An ILO fund for the families of victims from the deadliest garment factory accident in history has finally reached its goal. More than 1,000 workers were killed at Rana Plaza, many making clothes for western retailers.
A fund set up by the UN's International Labor Organization (ILO) to compensate the families of the victims of the Rana Plaza factory collapse has finally reached its $30 million (26.6 million euro) target, the organization announced late Monday.
This means that the last families awaiting a payout will receive their portion of the fund "in the coming weeks," said the ILO, which heads the Rana Plaza Coordination Committee.
The committee was established shortly after the April 24, 2013 disaster which left 1,100 garment workers dead and a further 1,500 wounded in the Bangladeshi capital of Dhaka. ILO director-general Guy Ryder was enthusiastic about reaching $30 million, but cautioned that the committee still had "important business to deal with."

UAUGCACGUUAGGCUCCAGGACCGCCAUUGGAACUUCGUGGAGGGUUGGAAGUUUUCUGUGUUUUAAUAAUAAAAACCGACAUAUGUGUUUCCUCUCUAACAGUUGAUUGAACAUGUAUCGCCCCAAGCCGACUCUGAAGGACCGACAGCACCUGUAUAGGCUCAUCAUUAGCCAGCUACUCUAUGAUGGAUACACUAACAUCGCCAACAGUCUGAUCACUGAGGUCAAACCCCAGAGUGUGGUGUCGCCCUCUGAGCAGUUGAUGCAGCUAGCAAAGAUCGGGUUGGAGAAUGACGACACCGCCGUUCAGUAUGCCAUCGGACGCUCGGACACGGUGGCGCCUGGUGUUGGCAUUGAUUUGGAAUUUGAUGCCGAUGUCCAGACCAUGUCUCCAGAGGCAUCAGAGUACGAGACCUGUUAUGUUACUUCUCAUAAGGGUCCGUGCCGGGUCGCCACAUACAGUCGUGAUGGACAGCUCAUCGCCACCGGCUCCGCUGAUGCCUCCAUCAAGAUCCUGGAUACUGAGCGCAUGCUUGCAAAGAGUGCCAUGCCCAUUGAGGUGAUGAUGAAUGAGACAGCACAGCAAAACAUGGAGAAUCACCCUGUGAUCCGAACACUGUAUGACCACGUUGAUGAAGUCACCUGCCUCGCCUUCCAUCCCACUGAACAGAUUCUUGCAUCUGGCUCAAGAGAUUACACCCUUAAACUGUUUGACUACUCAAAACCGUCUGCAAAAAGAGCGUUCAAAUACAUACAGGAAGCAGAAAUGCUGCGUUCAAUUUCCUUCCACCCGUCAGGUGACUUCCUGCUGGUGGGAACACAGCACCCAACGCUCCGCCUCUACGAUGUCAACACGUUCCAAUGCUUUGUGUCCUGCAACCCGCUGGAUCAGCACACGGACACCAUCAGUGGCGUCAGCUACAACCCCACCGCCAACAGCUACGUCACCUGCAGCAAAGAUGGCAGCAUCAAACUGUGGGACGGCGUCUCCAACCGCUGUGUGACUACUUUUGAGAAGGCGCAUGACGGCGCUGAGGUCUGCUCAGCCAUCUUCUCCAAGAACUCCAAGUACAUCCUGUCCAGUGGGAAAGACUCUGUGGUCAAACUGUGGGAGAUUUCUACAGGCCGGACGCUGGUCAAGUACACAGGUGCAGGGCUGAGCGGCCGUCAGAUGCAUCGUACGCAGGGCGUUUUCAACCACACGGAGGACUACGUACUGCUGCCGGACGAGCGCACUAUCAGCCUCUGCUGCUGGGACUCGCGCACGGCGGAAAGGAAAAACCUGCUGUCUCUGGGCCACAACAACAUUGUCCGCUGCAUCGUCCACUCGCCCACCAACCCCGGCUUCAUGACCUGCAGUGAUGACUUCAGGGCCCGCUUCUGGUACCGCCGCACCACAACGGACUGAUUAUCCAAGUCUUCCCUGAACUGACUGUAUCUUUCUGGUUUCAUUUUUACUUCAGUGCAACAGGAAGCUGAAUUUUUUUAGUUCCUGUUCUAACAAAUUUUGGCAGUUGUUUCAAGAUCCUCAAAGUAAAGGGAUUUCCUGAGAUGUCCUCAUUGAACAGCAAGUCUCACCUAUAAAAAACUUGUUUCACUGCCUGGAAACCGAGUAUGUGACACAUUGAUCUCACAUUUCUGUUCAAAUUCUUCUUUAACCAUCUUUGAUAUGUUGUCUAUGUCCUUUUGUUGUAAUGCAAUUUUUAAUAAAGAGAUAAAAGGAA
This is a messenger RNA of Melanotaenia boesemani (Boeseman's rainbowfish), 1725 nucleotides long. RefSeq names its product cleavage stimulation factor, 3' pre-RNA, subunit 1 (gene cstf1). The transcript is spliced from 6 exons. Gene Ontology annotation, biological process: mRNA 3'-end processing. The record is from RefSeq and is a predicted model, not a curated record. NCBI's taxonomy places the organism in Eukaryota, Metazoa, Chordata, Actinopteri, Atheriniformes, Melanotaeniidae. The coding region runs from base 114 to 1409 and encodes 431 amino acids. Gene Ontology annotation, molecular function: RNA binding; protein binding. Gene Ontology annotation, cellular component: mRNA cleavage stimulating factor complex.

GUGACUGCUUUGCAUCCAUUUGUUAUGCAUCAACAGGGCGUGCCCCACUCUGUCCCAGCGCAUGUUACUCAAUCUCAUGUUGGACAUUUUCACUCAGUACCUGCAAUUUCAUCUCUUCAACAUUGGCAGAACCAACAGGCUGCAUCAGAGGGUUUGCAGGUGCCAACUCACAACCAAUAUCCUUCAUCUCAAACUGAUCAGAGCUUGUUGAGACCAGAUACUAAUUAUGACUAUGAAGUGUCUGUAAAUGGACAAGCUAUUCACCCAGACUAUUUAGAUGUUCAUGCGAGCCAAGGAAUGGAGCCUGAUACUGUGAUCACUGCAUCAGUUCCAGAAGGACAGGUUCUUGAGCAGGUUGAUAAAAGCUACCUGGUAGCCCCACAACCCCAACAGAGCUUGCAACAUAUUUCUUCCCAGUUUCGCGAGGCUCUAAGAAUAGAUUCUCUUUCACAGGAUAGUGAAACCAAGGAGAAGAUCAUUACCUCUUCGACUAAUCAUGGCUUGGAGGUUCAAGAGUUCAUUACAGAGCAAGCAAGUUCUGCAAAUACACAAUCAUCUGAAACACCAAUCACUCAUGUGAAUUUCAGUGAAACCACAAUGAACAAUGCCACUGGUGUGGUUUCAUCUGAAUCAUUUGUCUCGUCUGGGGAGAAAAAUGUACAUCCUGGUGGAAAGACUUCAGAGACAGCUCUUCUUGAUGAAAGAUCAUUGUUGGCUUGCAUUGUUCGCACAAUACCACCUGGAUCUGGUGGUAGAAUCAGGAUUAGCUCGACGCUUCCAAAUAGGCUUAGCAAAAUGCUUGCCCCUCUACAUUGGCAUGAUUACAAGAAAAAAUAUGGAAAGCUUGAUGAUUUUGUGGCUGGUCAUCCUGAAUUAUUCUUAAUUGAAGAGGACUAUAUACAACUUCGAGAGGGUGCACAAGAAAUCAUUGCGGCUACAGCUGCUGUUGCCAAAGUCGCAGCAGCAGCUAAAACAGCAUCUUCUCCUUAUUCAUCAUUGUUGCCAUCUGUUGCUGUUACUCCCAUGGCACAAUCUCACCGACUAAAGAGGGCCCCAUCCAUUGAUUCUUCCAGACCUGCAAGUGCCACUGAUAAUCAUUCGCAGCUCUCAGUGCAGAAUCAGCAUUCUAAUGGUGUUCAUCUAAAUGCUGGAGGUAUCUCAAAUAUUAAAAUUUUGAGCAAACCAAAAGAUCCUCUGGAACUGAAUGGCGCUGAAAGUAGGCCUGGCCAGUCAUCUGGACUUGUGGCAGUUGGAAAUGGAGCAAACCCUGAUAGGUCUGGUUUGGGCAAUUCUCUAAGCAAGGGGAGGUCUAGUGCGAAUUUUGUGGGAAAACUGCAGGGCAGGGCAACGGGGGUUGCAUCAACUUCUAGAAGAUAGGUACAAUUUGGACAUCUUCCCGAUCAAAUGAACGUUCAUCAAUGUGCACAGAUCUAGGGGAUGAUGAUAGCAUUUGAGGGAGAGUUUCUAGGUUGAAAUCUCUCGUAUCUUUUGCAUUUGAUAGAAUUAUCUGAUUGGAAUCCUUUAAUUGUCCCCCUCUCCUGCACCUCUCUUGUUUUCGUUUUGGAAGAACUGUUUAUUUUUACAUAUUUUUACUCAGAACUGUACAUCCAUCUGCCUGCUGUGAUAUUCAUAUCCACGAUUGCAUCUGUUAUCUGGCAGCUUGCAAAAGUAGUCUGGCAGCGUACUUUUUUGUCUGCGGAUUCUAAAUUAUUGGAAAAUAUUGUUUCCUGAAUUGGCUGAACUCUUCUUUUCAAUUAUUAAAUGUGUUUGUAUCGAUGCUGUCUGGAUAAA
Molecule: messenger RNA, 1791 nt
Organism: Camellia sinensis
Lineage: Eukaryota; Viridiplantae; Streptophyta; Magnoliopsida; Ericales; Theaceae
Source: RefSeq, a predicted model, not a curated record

Managers charged with murder
Last week Bangladeshi police charged Sohel Rana, the owner of the factory complex, and 40 others with murder. Survivors had testified that they were forced to enter the building the day of the disaster despite bringing cracks in the walls to the attention of management.
Rana had been arrested at the Indian border after trying to flee Bangladesh in the days following the disaster.
Several popular western retailers like Mango, Benetton, Walmart and Primark had some of their clothing manufactured at Rana Plaza. German low-cost chains like NKD, KIK and C&A also commissioned clothing from the five-factory compound.
The Rana Plaza collapse highlighted the appalling working conditions and dangers faced by those working in Bangladesh's $25 billion garment industry, which is the world's second-largest after China's.
es/msh (AFP, epd)